The following is a quick recap on the open meeting of the Professional Ethics Executive Committee (PEEC) held virtually on May 9-10:
The PEEC Chairman announced that he and another member of PEEC are finishing their terms on the Committee and that four (4) new members will join the PEEC at its August 2023 meeting.
The chair of the Public Interest Entity Task Force reviewed changes to the proposed exposure draft (ED) to adopt a new definition of "publicly traded entity" and revise the definition of "public interest entity" (PIE), which would incorporate a new compliance requirement. Changes included:
- Revising the insurer category to only include entities that are subject to additional regulations under the Model Audit Rule (MAR) because they issue policies with premiums exceeding $1B (previous proposed threshold was MAR insurers with premiums of $500M).
- Revising the investment company category to only include entities subject to the federal Investment Company Act of 1940.
- Eliminating employee benefit plans receiving Form 11K audits, as the sponsors of those plans are already included as publicly traded entities.
- Eliminating the “catch-all” category, which will allow PEEC to determine on a go-forward basis whether to add categories to the definition of PIE.
The PEEC also agreed to revise the category of financial institutions subject to the federal “FDICIA” law to raise the threshold to $1B from $500M, similar to the change made for insurers. The task force will also add a question regarding the threshold. PEEC also discussed whether credit unions, whose memberships often allow public participation, should also be considered PIEs if they exceed certain thresholds. (Currently, credit unions are only subject to the AICPA independence rules although they are regulated entities.) The task force will add another question about credit unions.
PEEC also discussed whether entities that issue municipal securities should be considered PIEs. PEEC members expressed various opinions for and against including these entities and agreed to allow the exposure process to gather more views.
After agreeing to the changes, the PEEC voted to issue the exposure draft, which the task force will revised per the committee’s directions. Comments on the ED will be due on 9/15/23, allowing for an approximately 90 day comment period.
The chair and staff of the Simultaneous Employment Task Force provided an update on activities; primarily, development of a preliminary framework to assess restrictions; internal and external outreach (e.g., AICPA expert panels, NASBA ethics committee), and proposed plans to issue a survey and conduct roundtable discussions to gather feedback. PEEC did not object to any of these activities.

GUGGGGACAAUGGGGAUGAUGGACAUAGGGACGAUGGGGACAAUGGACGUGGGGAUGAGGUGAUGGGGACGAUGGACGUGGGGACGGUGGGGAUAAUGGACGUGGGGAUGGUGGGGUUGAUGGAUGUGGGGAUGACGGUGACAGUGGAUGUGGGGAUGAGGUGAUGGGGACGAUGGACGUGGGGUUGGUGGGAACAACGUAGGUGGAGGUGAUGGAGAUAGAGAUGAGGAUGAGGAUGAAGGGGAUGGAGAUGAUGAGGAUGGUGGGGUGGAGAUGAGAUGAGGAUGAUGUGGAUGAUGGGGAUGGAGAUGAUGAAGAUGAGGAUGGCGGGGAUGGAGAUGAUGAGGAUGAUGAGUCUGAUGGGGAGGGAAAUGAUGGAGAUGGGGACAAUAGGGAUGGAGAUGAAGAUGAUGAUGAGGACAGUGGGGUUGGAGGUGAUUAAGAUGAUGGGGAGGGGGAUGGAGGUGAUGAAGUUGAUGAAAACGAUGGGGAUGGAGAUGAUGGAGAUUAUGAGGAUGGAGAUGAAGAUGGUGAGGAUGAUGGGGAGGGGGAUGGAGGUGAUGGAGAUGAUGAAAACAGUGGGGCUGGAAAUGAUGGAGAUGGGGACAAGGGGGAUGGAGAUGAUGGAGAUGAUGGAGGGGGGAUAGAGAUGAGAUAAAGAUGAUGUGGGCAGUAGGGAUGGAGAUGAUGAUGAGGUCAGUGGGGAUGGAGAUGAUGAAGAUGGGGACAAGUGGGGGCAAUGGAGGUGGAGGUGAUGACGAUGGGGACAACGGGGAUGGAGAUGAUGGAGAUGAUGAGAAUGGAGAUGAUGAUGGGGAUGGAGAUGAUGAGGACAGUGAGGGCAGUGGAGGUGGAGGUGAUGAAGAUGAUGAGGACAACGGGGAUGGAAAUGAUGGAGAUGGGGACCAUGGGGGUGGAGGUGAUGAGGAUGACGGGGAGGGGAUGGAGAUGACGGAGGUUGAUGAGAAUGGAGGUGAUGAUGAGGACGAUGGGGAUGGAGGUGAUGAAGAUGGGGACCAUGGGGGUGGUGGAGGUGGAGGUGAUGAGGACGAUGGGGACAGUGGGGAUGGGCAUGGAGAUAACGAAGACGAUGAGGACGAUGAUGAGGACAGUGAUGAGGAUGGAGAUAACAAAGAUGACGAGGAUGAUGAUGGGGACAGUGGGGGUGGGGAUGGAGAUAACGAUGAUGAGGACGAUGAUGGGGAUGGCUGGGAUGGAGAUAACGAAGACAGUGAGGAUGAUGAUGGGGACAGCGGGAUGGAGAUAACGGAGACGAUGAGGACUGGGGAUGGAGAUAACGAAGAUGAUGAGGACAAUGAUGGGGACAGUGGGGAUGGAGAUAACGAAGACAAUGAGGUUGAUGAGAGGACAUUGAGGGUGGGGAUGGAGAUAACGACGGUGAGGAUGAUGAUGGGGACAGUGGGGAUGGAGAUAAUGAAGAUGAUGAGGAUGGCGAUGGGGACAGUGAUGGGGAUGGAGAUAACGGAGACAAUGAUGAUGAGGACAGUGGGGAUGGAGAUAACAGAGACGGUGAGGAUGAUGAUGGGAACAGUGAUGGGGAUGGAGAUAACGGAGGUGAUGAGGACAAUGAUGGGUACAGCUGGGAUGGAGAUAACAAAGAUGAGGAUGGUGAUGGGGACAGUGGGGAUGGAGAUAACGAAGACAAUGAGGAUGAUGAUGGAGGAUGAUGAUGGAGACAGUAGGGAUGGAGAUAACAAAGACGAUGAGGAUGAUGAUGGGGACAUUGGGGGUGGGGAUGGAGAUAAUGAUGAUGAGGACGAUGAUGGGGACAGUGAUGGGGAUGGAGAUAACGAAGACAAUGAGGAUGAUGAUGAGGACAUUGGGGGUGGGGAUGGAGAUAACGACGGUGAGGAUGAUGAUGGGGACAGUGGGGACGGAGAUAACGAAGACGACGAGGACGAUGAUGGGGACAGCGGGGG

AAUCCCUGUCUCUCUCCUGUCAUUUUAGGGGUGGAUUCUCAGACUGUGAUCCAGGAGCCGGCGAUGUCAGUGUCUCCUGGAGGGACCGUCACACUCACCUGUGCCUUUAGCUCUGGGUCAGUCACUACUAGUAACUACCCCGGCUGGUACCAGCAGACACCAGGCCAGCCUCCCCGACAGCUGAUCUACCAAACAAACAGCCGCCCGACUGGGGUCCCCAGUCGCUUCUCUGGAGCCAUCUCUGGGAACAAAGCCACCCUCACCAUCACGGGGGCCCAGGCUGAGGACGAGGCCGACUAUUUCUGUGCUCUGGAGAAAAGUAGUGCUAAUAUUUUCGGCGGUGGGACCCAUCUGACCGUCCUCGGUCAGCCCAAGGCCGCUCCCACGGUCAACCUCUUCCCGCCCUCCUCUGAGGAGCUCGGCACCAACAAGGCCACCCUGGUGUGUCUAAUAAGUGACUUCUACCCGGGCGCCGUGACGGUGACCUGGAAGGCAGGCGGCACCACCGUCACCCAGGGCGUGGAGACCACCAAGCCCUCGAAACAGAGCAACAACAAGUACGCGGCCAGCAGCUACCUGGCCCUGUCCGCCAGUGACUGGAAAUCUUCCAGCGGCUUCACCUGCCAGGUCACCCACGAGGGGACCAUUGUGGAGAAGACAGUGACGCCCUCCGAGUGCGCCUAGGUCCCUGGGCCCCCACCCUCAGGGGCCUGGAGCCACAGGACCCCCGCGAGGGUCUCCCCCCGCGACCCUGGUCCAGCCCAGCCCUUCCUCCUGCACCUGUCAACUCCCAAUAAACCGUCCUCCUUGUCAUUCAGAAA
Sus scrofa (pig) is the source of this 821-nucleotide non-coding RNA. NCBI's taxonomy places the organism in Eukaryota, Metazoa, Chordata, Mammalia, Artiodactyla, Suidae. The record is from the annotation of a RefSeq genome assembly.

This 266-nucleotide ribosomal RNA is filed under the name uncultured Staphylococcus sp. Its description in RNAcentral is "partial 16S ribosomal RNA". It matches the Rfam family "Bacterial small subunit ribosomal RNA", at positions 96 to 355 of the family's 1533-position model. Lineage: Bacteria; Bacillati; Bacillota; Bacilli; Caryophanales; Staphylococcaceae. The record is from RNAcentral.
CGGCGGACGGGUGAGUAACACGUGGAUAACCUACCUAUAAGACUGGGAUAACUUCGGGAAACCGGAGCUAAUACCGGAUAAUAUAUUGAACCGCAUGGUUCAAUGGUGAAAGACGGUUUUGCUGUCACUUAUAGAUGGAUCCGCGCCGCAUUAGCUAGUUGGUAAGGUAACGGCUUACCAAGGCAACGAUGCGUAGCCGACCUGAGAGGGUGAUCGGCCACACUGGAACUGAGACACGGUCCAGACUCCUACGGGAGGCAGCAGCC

PEEC agreed that the Private Equity Investments in Firms Task Force’s charge will be to assess the current AICPA Code provisions to determine whether they provide sufficient direction and guidance to firms engaging in such transactions. Provisions the task force will examine in light of information gathered from firms will be Alternative Practice Structures (Independence Rule), the Form of Organization and Name Rule, and Appendix B of the Code.
PEEC discussed the proposed Strategy and Work Plan of the International Ethics Standards Board for Accountants (IESBA). The task force examining the proposal generally supported the plan but raised the following concerns: (i) the rapid pace of change to the IESBA Code, making implementation challenging; (ii) the Code becoming more rules-based than principles-based; and (iii) IESBA’s intention to develop “professional agnostic” rules in its Sustainability project that would apply to professionals performing services outside the accounting profession. PEEC was generally agreeable with the task force’s direction.
SSAE Engagements Task Force staff described a proposed nine-part charge that would allow the task force to thoroughly explore relevant matters pertaining to independence under ET section 1.297 when a member performs attest services in accordance with the Statements on Standards for Attestation Engagements (SSAEs). PEEC did not object to the proposed charge.
AICPA staff provided an update on upcoming standard-setting projects to begin this year, which include:
- Nonattest services – tax (IESBA convergence)
- Nonattest services – legal (IESBA convergence)
- Nonattest services – general (IESBA convergence)
- Reporting an independence breach
- Digital assets
- Artificial intelligence
- Business relationships
- 529 plans
Potential projects include Engagement Team/Group Audits; Technology; and Quality Management (conforming changes), which are all possible IESBA convergence projects.
AICPA staff provided an overview of the IESBA ED on Tax Planning Services and issues the committee drafting the letter have identified, which include (among other things) concerns about the stand-back test, a professional accountant’s responsibility when referring clients to another’s product or service, the definition of tax planning services, and identification of ultimate beneficiaries.
PEEC heard a presentation about digital assets.
For a 20-minute update from the AICPA staff in an audio format, click here.